The EYNF/LEF Land and Resource Management Plan is approved.


Hurricane Georges strikes the island causing massive devastation, followed by extensive hurricane recovery efforts.
A partnership with the University of Puerto Rico Institute 2000 and the Puerto Rico Department of Education is developed to allow teachers attending USDA Forest Service environmental education training sessions to qualify for continued education credits. More than 400 teachers have benefited from these training sessions from 1998 to the present.
The new IITF library is designated the “Frank H. Wadsworth Library.”
El Yunque National Forest World Wide Web site goes on line.
The devastating Pink Hibiscus Mealy Bug is first discovered in the EYNF/LEF. The Puerto Rican Department of Agriculture responds promptly with the introduction of a parasitic wasp to destroy the Mealy bug.


The International Institute of Tropical Forestry celebrates its first 60 years with a symposium.


The IITF publishes a book on the silvics of 102 native and exotic tree species found in Puerto Rico and the U.S. Virgin Islands.
The first release into the wild of ten Puerto Rican Parrots reared in captivity is accomplished, followed by the release of 16 birds in 2001, and nine birds in 2002.
The Center for Aquatic Technology Transfer (CATT) performs comprehensive inventory of aquatic species on the Espíritu Santo River in the EYNF/LEF.


A EYNF/LEF Transportation Study is completed. It recommends a mass-transit system for PR 191.
A population of over 1500 of the dwarf forest orchid Lepanthes eltoroensis is recorded in the elfin forest.


The first El Yunque National Forest Interpretive Site Guides are published in English and Spanish by the EYNF/LEF.
Construction is completed on new chemistry laboratory for plant, water and soil analyses at IITF headquarters.
The IITF publishes a book on the Big Leaf Mahogany.
Legislation is introduced in the US Congress to declare the Icacos, La Mina and Mameyes rivers within the EYNF/LEF as Wild and Scenic Rivers, and for the 4, 000 hectare (9, 800 acre) area presently comprising the El Toro Roadless area to be declared the EL Toro Wilderness Area.
The Catalina tree nursery is re-established.
The EYNF/LEF official Soil Survey is published.


Caribbean National Forest starts a collaboration agreement with the Puerto Rico Army National Guard to implement a long term archaeological survey of Camp Santiago Training Center in Salinas. The project also involved reforestation of the military installation, fire management and inventory and monitoring of flora and fauna.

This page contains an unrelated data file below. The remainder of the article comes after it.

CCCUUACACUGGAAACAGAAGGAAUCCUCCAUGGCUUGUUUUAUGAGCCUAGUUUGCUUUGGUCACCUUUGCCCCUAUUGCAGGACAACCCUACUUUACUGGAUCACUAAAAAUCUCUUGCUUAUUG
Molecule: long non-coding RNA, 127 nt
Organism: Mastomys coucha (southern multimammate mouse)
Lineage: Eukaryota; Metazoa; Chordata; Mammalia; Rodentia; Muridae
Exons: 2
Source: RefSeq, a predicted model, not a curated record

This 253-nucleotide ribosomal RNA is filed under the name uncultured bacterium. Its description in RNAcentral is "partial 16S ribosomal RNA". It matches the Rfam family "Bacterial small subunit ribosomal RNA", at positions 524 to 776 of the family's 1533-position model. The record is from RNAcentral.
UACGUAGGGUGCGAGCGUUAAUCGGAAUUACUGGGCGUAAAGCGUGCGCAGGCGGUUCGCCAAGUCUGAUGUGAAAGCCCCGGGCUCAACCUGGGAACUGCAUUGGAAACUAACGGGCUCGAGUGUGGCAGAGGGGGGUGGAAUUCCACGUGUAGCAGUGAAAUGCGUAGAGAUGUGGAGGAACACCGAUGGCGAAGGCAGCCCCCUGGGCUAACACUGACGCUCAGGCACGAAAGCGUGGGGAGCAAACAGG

The Caribbean National Forest loses the “Seniors” program authority, largely diminishing the amount of employees involved in the maintenance and operations of the forest.


The Caribbean National Forest is renamed El Yunque National Forest by executive order of President George Bush.

The Fish and Wildlife Service Aviary for the Puerto Rican Parrot Recovery program is relocated from the old Army barracks near Yunque Peak to a new facility built on at a lower elevation on PR 966. The hope is that the lower elevation conditions will increase the recovery rates of the species.


The parrot recovery program experiences an increase in the reproduction and survivability rate of the parrots after years of studies and the relocation to a more suitable aviary location.


American Reconstruction and Recovery Act is implemented following the Great Recesion of 2008-2009.


Work starts in the development of a new Forest Management Plan under the leadership of Pedro Rios as planner.


The archaeology and reforestation project at Camp Santiago Training Center comes to an end after 15 years of continuous operation. This makes it the longest running archaeology survey in the history of Puerto Rico with over 3,200 hours of archaeology field work having been completed and hundreds of sites studied. Through the project history over fifty specialists and technicians were involved in its operation, providing a first working experience to a generation of new Puerto Rican archaeologists.

Pablo Cruz ends his tenure as Forest Supervisor. He is superseded by a series of temporary acting Forest Supervisors.


Sharon Wallace becomes forest supervisor, making her the first female to occupy that position at El Yunque National Forest.


Hurricanes Irma and Maria strike the island of Puerto Rico during the month of September, causing severe damage to its infrastructure. Almost all electronic communications island wide were destroyed. The storm also caused an entire collapse of the electric grid, leaving the island without power for months.

The forest experiences severe deforestation, landslides, road failures and damage to its infrastructure, including significant damage to El Portal Visitor Center and the Catalina Forest Headquarters building.

A large incident command system was established to deal with the hurricane recovery, increasing the amount of personnel with hundreds of temporary workers.

Puerto Rican parrot populations in the wild are decimated by the effects of the hurricane.


Puerto Rican Parrot reproduction rates doubled in the aviary facilities under the supervision of Fish and Wildlife Service personnel.

A temporary visitor center called El Portalito is opened at the town of Palmer. Portalito allows visitors to El Yunque and the community to continue their learning and engagement with the forest.

Operations out of the Catalina Service Center are abandoned due to the severe damage and cramped conditions prevailing after the hurricane. They are relocated to temporary spaces at Rio Mar Resort.


Forest operations are temporarily relocated to a rented space near the end of Highway 66, establishing a temporary Supervisor Office (SO).

The new Forest Management Plan initiated in 2012 is completed and approved.

Sharon Wallace ends her tenure as Forest Supervisor.

Puerto Rican parrots are released in to the wild for the first time since Hurricane Maria in 2017.

Keenan Adams becomes Forest Supervisor, making him the first African-American to occupy that position at El Yunque National Forest.